Online marketers can legally link to rival Web sites, according to a California federal court ruling March 27 that was in favor of Tickets.com and against Ticketmaster Corp. and Ticketmaster Online CitySearch Inc.
U.S. District Judge Harry L. Hupp said deep linking by itself — a practice in which one site will link to another’s relevant content page, bypassing the home page and, as a result, premium advertising on which the linked site relies for revenue — does not involve unfair competition.
“Hyperlinking does not itself involve a violation of the Copyright Act … there is no deception in what is happening,” Judge Hupp said in his ruling. “This is analogous to using a library’s card index to get reference to particular items, albeit faster and more efficiently.”
All four claims of Pasadena, CA-based Ticketmaster were dismissed. The company plans to appeal.
Both Tickets.com and Ticketmaster display content on upcoming cultural, travel, sporting and entertainment events. Internet users can then buy tickets for these events on their sites.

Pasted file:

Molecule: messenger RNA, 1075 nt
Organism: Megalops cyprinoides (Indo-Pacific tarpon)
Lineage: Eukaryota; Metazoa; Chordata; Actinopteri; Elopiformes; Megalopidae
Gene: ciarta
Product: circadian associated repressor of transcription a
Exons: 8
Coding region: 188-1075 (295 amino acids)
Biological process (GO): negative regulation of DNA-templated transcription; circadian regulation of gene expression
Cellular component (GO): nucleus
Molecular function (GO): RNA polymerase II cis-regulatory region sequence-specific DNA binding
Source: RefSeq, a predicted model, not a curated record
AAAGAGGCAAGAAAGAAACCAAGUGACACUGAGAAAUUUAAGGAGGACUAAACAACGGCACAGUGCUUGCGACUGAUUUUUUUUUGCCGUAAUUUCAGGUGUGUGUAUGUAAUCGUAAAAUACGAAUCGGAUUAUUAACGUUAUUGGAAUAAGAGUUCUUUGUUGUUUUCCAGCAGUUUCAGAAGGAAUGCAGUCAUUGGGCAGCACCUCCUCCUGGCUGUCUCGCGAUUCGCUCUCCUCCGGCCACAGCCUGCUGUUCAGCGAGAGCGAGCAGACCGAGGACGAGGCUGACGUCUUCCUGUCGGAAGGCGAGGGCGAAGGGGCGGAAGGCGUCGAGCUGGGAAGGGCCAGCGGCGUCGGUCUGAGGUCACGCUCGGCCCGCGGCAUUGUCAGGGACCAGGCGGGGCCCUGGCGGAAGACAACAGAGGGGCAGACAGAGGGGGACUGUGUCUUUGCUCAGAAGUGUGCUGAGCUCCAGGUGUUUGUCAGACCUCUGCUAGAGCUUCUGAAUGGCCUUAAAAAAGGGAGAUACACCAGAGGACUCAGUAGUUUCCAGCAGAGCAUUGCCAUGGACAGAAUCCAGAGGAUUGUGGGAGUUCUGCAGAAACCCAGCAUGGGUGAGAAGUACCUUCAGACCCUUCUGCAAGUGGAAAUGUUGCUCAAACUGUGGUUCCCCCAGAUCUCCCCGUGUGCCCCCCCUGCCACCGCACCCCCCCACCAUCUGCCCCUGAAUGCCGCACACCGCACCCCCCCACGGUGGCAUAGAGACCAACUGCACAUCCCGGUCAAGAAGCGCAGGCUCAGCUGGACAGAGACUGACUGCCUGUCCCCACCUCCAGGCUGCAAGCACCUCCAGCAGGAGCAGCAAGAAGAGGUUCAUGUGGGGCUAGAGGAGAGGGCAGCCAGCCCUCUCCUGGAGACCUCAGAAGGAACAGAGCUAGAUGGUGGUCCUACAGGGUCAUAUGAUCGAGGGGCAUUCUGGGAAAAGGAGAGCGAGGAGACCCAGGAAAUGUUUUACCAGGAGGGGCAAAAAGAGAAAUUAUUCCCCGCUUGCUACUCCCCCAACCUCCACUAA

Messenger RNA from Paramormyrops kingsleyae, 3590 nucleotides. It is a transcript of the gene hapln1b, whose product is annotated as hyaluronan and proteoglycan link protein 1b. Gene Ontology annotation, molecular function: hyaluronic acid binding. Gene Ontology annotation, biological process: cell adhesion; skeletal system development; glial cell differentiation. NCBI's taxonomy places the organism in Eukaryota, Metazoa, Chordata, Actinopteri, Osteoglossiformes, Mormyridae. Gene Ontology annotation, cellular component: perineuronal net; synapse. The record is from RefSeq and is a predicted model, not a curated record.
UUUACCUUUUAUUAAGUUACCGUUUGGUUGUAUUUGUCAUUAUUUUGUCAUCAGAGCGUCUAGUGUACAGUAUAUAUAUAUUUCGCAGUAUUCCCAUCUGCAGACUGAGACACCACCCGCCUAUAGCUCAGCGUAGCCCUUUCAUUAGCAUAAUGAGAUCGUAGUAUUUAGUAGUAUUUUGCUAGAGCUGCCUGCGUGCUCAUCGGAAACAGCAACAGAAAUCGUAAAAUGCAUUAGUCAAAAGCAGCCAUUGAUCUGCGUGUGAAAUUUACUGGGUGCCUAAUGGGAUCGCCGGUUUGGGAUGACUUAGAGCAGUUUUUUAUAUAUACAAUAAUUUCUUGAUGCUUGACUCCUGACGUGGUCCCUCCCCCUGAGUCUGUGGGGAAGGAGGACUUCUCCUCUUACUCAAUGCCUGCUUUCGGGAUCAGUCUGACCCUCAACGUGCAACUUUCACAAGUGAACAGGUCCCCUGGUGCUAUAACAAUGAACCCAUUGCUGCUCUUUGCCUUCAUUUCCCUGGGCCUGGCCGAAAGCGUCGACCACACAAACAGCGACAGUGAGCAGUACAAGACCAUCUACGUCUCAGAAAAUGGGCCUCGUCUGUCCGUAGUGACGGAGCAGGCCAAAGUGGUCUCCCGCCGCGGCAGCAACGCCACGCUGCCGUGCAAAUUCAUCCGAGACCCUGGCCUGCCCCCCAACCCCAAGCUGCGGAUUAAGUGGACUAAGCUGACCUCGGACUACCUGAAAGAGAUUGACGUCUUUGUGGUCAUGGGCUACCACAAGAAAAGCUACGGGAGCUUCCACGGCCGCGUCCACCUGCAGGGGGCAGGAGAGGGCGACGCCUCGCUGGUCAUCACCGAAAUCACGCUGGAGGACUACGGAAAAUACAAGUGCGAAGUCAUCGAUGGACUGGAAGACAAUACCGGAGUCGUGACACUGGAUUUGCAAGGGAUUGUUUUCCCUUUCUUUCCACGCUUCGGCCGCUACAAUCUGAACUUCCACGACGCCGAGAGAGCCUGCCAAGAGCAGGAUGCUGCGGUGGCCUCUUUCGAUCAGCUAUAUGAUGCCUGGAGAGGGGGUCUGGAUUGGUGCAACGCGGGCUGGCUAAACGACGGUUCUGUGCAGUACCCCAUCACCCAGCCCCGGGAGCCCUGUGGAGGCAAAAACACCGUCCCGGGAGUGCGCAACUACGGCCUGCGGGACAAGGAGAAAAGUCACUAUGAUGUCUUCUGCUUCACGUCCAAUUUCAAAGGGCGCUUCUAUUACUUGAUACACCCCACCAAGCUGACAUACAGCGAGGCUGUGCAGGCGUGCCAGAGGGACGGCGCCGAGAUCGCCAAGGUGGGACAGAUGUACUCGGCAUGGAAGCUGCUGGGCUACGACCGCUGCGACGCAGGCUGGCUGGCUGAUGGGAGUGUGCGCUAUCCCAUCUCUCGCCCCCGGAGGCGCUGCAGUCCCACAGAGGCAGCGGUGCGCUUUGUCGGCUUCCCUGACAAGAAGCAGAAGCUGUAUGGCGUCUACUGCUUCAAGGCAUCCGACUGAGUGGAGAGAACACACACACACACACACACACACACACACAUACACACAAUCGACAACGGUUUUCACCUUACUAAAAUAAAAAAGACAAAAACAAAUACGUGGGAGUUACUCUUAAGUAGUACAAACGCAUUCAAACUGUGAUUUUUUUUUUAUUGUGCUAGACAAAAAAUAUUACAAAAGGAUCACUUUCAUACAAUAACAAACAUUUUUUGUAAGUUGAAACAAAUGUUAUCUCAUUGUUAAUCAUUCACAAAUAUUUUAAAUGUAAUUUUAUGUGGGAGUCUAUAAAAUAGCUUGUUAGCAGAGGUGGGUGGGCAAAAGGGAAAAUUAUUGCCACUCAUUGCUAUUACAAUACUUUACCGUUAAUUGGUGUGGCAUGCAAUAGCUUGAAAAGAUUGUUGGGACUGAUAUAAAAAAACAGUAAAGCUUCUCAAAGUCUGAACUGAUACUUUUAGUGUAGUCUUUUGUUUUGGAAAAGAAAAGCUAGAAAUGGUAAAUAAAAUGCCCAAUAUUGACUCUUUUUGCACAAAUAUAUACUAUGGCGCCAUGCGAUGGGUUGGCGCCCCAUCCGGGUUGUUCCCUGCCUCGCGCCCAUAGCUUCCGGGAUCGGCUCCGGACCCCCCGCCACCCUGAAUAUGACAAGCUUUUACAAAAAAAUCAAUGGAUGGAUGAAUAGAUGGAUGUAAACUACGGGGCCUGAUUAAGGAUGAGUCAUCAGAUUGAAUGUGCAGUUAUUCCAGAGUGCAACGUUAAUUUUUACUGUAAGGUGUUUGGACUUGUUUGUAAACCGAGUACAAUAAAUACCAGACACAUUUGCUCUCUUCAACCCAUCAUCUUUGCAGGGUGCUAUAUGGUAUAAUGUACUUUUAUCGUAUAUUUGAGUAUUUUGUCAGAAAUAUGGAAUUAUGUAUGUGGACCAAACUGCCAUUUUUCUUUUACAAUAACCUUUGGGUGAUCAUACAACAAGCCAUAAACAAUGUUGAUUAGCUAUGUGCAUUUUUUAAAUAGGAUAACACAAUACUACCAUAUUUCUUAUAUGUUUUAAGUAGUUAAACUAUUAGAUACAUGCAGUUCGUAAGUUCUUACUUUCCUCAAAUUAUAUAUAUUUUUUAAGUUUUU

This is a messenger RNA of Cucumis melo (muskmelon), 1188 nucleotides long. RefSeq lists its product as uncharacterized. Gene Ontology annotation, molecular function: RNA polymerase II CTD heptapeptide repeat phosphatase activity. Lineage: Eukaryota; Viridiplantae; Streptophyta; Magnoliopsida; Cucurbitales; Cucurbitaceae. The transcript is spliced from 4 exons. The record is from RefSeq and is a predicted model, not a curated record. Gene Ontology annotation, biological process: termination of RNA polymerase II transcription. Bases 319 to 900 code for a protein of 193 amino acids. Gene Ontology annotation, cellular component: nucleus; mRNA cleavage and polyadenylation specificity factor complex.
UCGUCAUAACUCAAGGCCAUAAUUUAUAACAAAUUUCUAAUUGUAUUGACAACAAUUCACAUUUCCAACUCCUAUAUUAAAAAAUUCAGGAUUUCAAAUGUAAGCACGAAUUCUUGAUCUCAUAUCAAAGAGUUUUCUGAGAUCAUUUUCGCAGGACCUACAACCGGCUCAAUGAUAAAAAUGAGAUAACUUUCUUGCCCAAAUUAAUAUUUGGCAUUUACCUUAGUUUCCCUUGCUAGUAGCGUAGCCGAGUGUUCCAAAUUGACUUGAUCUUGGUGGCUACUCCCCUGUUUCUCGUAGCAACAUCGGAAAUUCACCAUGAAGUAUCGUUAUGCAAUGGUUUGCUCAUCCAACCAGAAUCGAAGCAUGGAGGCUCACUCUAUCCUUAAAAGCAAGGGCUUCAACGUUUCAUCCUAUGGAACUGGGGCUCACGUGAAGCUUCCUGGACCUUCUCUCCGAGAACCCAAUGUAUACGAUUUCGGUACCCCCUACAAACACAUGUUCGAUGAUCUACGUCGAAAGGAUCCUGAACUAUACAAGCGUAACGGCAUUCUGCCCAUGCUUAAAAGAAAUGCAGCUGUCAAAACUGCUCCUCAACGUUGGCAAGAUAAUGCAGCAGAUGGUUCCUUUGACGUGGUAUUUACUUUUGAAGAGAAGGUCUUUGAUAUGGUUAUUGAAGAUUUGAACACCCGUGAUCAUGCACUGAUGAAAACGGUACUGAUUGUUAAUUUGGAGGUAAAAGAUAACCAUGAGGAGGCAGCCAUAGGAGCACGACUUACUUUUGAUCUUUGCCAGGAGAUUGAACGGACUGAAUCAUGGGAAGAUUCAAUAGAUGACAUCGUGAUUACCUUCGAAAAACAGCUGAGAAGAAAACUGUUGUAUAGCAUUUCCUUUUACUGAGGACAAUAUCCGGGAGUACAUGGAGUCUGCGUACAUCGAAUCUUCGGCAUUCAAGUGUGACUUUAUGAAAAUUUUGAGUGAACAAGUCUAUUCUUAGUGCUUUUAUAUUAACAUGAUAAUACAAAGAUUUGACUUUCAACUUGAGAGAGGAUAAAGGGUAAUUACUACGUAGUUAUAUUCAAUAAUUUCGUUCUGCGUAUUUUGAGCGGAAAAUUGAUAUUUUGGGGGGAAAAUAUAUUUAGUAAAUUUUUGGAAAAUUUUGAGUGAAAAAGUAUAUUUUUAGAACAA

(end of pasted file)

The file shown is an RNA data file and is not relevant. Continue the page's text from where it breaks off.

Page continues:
Ticketmaster is upset that Costa Mesa, CA-based Tickets.com has links to Ticketmaster.com, a ploy that drives online traffic. These links whisk users past the Ticketmaster home page. Moreover, Ticketmaster claimed, such linkage was unauthorized.
Wire reports quoted Ticketmaster lawyer Robert Platt as saying, “If we spend substantial money to build up a site, why should they be able to take that and build their business on the backs of our hard work?”